How To Help Your New Dog Settle In Your Home

Dogs make fantastic pets for all kinds of reasons. They are loyal, they are loving, and they help us to get more social and exercise more. So, if you have recently decided to add a dog to your household, it’s important you know how to help your dog settle in as much as possible.

When you do this, you can ensure they are happy and can become an integral part of the family. Plus, no one will be stressed! Read on to find out more about what you need to do and have in place to help your new dog settle in your home.

Give Them A Safe Space

There is no doubt that your dog is going to be stressed when you first bring it home. No matter whether it’s a puppy or an older dog, no matter whether it came from a rescue center or you bought it from a breeder. The dog is going to be confused and potentially scared. After all, you can’t explain why it’s suddenly in a brand new place full of brand new smells and people.  

This is why you have to make a safe space for them. This essentially needs to be a place where they can hide and feel safe when they want to. It’s likely they will want to initially hide. Even if they seem to be quite sociable, it’s crucial to give them this place to go so they can get some peace and regroup.

A crate might be a good solution, although not everyone is happy to use those. Their bed in the corner of a quiet room could work.

Do remember to keep the door open for them. Also, when they are in their quiet place, leave them there. It can be tempting to try to get them to join in with everyone else, but this could make them feel more anxious.  

Check For Hazards

Your home might be perfectly safe for you and your family, but that doesn’t mean it’s safe for your new dog. Make sure you understand what things in the home might be hazardous to dogs. Remove them, or at least put them out of the dog’s reach.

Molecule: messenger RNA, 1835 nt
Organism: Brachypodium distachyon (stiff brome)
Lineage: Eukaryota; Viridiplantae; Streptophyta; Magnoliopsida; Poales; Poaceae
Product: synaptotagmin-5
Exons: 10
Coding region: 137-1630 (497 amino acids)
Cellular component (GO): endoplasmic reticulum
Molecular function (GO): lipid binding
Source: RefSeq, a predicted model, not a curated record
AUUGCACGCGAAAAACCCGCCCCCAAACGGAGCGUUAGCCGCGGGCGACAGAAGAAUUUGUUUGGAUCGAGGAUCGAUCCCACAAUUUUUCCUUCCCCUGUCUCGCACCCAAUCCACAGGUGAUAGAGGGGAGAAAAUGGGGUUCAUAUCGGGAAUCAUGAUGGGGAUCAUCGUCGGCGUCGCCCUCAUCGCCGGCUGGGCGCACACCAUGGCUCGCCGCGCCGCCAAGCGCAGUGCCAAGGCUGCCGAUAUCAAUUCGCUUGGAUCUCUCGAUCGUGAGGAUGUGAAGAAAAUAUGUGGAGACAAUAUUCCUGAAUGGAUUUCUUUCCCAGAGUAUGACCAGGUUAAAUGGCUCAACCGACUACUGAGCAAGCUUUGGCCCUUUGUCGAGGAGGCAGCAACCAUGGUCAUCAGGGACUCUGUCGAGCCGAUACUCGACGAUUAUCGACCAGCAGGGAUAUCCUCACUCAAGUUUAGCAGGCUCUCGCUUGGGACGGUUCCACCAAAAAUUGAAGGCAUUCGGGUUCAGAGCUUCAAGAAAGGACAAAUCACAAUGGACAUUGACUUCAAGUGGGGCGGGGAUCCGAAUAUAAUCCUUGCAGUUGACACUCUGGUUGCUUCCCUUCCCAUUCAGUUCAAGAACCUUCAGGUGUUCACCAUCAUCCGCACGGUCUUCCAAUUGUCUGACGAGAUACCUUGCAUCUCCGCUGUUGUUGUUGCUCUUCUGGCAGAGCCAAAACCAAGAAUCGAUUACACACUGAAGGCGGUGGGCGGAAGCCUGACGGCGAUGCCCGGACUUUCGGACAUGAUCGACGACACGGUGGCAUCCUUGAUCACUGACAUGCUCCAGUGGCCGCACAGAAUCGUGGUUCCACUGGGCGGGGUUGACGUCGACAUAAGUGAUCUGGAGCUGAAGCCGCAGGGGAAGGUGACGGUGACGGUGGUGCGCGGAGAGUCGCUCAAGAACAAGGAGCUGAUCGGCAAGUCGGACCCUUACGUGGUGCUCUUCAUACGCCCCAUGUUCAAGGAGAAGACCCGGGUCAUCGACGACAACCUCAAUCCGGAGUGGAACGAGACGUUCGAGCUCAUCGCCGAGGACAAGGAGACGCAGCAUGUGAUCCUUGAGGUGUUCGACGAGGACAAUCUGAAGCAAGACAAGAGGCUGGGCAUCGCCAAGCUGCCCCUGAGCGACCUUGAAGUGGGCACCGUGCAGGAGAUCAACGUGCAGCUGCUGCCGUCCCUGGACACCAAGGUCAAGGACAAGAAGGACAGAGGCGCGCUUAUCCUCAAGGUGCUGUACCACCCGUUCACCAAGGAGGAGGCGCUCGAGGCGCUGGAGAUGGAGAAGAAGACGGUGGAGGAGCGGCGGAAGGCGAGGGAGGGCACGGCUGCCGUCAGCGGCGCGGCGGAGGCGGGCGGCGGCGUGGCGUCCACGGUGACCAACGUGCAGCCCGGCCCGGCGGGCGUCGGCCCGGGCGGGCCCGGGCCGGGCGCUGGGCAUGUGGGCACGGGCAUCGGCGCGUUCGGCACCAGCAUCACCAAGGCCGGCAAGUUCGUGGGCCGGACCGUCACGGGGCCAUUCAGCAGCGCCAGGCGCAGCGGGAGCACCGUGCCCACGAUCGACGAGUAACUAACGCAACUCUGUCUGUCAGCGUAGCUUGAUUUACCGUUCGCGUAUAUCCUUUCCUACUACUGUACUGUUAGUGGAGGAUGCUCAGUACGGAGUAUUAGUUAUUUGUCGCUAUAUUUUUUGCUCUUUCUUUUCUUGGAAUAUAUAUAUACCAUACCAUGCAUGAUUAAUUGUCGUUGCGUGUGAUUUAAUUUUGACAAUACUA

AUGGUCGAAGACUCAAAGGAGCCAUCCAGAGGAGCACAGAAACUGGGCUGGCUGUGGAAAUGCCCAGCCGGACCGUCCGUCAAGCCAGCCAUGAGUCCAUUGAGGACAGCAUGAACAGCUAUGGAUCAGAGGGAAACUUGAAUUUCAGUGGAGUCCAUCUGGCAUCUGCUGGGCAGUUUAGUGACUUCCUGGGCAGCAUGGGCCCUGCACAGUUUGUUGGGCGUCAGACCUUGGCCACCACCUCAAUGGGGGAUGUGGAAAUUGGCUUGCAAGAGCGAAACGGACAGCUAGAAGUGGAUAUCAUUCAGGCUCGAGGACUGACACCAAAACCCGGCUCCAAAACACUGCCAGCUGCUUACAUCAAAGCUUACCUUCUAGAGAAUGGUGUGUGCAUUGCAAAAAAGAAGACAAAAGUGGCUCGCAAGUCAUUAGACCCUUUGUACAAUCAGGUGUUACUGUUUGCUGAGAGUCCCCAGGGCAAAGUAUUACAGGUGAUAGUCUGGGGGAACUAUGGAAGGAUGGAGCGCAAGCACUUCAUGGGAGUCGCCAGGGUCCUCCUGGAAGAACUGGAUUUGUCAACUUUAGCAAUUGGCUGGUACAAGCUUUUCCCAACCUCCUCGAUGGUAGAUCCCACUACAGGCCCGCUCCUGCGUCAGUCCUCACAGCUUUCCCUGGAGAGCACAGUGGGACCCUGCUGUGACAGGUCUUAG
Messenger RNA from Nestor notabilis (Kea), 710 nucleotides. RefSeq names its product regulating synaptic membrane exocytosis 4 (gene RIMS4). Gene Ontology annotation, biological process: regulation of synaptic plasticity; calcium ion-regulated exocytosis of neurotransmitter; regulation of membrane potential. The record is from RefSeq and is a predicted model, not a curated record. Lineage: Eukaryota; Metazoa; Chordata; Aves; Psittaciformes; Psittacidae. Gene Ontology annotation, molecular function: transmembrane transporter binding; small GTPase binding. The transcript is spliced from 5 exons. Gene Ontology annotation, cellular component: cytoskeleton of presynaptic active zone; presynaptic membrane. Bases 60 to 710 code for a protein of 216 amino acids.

Examples of hazards include some indoor plants (like tulips and aloe vera), as well as any area they might get stuck in, especially if you are out of the house when this happens. 

Clear away hazards or invest in a baby gate so you can keep your dog in a safe area. You’ll feel much more at ease, and your dog will stay safe. 

Get The Right Food

You might think that all dog food is the same, but that’s not the case. Dogs, despite their reputation for being somewhat greedy, can actually be quite fussy eaters.

If you’re adopting a rescue dog, learn what it has been eating at the shelter. Make sure you have the same food at home so it feels familiar. 

Of course, fresh dog food is the best solution. If you want to switch your new pet over to that, do, but also build up to it so it is a gradual process. Check out Freshpet reviews to see what the benefits of fresh dog food are and why it’s a good idea. 

Barb Webb. Founder and Editor of Rural Mom, is an the author of "Getting Laid" and "Getting Baked". A sustainable living expert nesting in Appalachian Kentucky, when she’s not chasing chickens around the farm or engaging in mock Jedi battles, she’s making tea and writing about country living and artisan culture.
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